- CAMPUS LIFE
AP Photo by Lenny Ignelzi
It’s been a summer of historic firsts in the sporting world. The real test will be if the NFL will hire more than one female official.
There have been a lot of firsts at the London Olympics: the first African-American gymnast to win the women’s all-around, the first woman to compete for Saudi Arabia, the first Muslim woman to referee beach volleyball. The Olympics is a place of acceptance.
Let’s see if that grand bastion of the good ol’ boys, i.e. American football, can follow the pattern.
On August 9th, Shannon Eastin made history as the first woman to referee an NFL game. She served as a line judge in a pre-season match between the San Diego Chargers and the Green Bay Packers. The referees’ union is engaged in a labor dispute and a lockout, so when the NFL sought replacement officials, Eastin got her chance to step up.
Before she even took the field, Eastin had her share of hurdles to overcome. Some believed she was taking advantage of the union’s struggle and breaking solidarity with her fellow coaches by taking the position. And some believed NCAA Division I referee Sarah Thomas, banned from service by the lockout, was a more deserving candidate to pioneer women’s role in the NFL.
Not to mention the obligatory outcry that football is a man’s game, the last place where men can be free of the evil emasculating influence of women. In “Sound-Off,” an opinion outlet by AL.com (yes, Alabama—were you surprised?), one reader compared female referees to immigrants “taking our jobs.”
Then again, in that same edition of “Sound-Off,” a fan claimed that Joe Paterno of Penn State is the god of football and his critics are all just being self-righteous. When someone worships good ol’ football so much that they gloss over child molestation in order to salvage an old coach’s reputation, I think it’s okay to ignore their opinion.
Really, this isn’t an issue of whether women can make good calls on the field. According to ABC News, Eastin has been a referee for 17 seasons, four at the college level in the Mid-Eastern Atlantic Conference. She threw five flags in her first NFL game, including a significant fourth-quarter call that was upheld in replays, and intervened to quell a post-play confrontation between four players. And Thomas, a Division I referee since 2007, has worked two bowl games and the 2010 United Football League Championship game. Skill and experience are not a concern.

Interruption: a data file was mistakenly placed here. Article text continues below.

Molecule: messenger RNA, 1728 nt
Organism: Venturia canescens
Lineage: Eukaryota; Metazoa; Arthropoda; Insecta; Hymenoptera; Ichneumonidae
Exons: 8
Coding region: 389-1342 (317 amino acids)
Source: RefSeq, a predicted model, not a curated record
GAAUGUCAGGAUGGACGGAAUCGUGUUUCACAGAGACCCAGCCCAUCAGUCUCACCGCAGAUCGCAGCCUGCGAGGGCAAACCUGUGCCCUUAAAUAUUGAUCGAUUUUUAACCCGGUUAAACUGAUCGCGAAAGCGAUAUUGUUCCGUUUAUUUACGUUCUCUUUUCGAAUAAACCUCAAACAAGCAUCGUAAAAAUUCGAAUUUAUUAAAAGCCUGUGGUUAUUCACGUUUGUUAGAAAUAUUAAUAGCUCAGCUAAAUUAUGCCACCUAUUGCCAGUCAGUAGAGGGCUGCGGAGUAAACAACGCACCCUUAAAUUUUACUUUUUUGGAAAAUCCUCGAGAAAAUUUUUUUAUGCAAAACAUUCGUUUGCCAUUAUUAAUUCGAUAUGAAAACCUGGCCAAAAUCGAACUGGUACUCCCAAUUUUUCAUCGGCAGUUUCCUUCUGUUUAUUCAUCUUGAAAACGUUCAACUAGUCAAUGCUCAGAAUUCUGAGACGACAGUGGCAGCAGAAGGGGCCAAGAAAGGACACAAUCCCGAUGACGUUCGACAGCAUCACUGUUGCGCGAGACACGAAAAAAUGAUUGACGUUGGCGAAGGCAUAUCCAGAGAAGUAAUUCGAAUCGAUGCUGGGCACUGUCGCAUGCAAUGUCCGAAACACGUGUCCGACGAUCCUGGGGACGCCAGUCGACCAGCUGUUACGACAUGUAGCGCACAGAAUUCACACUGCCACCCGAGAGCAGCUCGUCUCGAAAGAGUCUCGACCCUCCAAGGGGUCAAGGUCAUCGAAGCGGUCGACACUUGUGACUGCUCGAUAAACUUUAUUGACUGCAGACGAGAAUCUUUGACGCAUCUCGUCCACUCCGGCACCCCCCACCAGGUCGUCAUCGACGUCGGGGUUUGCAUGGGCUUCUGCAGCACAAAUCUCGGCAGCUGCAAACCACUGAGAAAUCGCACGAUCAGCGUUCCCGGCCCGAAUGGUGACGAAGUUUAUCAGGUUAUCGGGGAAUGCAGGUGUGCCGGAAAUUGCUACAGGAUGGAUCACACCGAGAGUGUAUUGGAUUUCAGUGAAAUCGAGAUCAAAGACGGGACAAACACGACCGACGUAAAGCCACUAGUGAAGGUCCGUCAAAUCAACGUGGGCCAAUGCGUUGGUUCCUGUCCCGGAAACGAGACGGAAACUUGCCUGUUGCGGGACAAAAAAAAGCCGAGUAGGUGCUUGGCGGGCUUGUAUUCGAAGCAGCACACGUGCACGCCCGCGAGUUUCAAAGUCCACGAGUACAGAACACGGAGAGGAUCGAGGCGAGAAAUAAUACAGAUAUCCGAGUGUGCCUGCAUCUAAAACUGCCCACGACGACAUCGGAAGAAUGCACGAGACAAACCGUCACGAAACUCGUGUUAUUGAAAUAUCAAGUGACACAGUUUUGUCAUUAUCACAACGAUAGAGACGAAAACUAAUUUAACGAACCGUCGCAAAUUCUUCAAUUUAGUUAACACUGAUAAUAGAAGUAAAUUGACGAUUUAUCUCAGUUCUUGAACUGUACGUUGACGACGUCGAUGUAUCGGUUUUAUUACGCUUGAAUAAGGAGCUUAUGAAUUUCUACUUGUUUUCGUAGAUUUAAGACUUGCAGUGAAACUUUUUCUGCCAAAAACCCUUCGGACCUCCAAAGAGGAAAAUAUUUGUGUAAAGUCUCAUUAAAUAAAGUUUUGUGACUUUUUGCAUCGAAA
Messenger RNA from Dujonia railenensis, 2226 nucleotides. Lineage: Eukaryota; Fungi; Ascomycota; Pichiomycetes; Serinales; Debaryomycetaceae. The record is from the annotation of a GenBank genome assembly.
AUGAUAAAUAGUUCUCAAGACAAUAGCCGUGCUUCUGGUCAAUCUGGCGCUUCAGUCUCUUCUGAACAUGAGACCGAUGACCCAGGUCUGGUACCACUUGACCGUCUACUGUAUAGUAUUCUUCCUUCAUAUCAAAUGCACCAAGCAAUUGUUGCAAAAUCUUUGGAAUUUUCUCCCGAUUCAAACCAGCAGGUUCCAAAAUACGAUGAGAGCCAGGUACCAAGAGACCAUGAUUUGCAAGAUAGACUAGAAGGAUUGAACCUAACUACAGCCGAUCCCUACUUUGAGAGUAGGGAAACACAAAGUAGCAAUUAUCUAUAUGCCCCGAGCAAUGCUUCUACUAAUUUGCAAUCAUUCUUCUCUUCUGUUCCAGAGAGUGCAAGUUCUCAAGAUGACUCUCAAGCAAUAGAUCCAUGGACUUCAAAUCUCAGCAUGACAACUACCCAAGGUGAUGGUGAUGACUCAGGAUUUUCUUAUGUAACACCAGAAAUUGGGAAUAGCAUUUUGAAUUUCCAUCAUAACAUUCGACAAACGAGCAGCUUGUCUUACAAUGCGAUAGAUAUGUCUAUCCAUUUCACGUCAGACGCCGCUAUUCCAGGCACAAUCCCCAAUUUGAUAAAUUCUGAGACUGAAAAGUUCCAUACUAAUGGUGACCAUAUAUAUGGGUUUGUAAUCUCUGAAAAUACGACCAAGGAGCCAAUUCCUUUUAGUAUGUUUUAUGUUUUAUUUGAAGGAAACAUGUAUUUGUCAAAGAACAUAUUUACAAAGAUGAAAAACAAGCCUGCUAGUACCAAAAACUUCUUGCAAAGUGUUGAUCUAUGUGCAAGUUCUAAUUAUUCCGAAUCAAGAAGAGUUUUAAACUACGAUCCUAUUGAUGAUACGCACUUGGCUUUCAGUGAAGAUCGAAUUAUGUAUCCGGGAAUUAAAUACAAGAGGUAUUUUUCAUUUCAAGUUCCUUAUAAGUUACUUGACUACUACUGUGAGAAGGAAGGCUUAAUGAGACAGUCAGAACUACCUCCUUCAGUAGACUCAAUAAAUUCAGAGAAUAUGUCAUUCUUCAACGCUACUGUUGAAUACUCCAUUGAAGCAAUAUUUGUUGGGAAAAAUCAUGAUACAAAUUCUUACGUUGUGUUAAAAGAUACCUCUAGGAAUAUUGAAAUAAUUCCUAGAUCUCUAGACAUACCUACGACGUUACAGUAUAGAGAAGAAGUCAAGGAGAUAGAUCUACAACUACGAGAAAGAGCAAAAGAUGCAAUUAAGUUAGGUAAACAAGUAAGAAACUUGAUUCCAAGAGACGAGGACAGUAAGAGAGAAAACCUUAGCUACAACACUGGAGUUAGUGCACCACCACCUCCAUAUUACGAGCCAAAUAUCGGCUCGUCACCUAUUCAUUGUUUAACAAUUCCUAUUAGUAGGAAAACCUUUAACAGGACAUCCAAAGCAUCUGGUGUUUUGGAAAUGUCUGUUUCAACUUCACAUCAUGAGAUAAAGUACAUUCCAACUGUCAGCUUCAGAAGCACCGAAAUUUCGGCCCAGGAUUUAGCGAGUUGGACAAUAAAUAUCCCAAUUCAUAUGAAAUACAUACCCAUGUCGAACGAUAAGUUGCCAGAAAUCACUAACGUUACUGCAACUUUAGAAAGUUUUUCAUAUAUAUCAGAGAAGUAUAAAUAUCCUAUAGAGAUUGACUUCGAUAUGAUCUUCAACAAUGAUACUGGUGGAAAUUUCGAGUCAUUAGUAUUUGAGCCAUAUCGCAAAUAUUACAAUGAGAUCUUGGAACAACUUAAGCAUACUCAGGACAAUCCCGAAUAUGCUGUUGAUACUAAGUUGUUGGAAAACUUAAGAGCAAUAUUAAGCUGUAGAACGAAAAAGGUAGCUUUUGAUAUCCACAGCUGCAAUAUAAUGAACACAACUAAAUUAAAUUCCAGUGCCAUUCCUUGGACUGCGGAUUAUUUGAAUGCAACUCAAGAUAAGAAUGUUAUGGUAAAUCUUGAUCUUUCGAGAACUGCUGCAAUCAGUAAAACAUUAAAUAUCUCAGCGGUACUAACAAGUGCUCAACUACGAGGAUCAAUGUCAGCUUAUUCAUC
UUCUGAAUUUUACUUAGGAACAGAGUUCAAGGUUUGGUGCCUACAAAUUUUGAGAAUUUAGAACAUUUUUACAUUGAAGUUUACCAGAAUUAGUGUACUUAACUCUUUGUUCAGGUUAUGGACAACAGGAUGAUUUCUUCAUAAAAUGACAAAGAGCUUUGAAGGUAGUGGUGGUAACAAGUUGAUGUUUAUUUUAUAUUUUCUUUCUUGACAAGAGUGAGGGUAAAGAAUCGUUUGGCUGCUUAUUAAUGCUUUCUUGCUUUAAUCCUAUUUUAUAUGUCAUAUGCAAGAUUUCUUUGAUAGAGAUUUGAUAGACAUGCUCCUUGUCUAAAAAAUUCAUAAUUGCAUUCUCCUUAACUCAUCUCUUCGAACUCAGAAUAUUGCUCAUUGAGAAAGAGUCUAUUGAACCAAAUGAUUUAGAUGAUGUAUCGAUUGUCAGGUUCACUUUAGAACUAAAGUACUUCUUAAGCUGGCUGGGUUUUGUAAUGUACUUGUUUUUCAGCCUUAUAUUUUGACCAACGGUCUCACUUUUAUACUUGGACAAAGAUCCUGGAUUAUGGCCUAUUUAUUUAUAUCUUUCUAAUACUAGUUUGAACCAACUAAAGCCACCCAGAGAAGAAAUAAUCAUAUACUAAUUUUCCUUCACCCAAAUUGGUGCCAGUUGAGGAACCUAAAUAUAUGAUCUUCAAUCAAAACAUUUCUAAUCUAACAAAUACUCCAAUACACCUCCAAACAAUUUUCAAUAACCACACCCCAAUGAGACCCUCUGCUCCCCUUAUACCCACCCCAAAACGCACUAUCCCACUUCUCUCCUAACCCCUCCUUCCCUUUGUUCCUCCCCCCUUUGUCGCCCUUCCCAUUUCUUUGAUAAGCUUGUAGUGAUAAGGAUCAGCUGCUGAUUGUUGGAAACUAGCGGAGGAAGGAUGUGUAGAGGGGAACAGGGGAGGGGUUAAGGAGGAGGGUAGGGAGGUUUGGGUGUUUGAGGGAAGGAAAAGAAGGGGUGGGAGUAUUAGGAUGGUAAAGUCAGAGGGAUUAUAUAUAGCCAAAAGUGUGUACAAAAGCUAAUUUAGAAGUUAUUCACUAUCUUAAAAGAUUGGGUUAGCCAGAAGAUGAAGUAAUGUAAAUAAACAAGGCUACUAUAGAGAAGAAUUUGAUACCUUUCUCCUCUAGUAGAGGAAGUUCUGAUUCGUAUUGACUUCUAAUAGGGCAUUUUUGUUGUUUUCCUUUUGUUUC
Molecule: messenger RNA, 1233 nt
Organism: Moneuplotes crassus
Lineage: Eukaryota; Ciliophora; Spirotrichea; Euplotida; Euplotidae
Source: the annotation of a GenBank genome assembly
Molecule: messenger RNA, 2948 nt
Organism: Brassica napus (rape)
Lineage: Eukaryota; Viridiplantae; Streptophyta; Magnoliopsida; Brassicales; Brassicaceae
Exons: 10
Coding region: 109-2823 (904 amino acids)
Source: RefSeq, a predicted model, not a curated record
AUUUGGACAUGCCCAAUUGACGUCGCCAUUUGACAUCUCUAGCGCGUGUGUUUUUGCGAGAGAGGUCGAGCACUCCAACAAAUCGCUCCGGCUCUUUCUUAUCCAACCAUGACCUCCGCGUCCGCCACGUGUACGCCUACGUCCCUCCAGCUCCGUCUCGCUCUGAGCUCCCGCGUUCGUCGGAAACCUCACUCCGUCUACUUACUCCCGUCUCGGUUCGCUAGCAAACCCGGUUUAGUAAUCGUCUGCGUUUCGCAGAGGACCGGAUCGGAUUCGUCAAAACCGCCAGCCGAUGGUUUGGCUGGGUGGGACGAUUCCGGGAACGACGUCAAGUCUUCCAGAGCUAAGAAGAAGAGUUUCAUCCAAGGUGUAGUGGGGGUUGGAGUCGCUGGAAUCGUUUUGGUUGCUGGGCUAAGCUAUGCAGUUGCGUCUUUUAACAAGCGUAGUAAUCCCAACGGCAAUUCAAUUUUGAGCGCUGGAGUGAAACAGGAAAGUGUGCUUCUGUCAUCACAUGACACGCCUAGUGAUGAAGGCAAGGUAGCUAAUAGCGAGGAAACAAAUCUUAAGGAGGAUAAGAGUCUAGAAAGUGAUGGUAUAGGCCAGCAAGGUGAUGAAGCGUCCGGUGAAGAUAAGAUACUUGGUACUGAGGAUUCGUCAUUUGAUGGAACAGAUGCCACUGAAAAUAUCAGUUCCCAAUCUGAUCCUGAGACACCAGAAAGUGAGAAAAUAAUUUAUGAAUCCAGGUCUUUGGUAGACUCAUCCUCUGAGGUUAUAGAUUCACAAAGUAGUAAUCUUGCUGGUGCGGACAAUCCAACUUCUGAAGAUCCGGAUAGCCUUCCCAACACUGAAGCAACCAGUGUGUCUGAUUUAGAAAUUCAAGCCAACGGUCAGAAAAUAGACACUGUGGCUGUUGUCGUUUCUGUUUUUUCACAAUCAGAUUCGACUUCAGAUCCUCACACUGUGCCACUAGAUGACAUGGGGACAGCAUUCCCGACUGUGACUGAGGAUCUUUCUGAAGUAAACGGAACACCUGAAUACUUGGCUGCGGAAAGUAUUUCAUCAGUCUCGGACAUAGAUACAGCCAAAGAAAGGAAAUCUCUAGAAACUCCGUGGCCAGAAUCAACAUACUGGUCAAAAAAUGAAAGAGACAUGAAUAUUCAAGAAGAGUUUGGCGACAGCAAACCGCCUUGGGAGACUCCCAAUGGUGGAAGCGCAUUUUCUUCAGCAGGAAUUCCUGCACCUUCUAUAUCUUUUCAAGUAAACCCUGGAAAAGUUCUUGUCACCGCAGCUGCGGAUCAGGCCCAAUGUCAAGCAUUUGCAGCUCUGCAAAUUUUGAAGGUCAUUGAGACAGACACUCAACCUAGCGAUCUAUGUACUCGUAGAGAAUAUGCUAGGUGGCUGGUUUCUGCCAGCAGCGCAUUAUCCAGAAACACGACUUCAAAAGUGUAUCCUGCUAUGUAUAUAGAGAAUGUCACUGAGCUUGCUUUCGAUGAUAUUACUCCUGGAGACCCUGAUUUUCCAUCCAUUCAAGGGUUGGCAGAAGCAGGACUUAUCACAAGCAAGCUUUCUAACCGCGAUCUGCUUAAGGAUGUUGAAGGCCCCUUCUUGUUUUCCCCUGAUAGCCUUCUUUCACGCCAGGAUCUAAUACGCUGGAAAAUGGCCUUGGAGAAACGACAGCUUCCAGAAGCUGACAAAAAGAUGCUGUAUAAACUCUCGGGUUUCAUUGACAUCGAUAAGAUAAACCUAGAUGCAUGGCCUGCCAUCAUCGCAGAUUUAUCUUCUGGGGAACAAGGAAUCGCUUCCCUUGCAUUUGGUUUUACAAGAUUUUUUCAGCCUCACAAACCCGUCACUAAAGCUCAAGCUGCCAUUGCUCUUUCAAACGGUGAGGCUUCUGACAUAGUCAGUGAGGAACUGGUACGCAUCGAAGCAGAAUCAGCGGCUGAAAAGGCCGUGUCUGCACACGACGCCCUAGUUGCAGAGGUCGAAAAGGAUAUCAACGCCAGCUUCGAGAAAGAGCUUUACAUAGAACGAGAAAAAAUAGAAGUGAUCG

The real issue is whether we default to women or men when we think of positions of authority. Even in jobs traditionally identified as “women’s work,” men often claim the lion’s share of leadership positions. Women are expected to cook, but most executive chefs are male. Women can teach in elementary schools but struggle to claim positions as professors.
When sports are divided by gender, the disparity becomes even more obvious. A man may (and often does, especially at the Olympic level) coach a gymnastics team, but I’ve never heard of a female baseball coach. The coaching and officiating “gender line” between sports is a one-way street; men can cross, but women can’t.
The NFL should take some cues from the Fédération Internationale de Volleyball. Yahoo! News reported that FIVB President Jizhong Wei has instated a rule that officials are assigned to both women’s and men’s games with no regard for gender. Wei set a goal that 30 percent of volleyball referees at the London Olympics would be female, and four of the 16 were. To close that gap, Wei funded national programs to give women referees the necessary experience to qualify to officiate at higher levels.
Even in volleyball, a sport where women’s play is often praised over men’s (hopefully not just because they’re in hot bikinis), men still claim the majority of referee positions at the Olympics. But Wei works to increase women’s participation at upper levels and creates rules that guarantee that the women who do qualify will referee both women’s and men’s games.
Eastin’s accomplishment is a great first step for the NFL. But I’ll agree that Thomas would also have been an admirable trailblazer for women referees—in fact, with her NCAA credentials, she already is. So once this labor dispute is resolved, how about we dare to dream the impossible: two female referees in the NFL.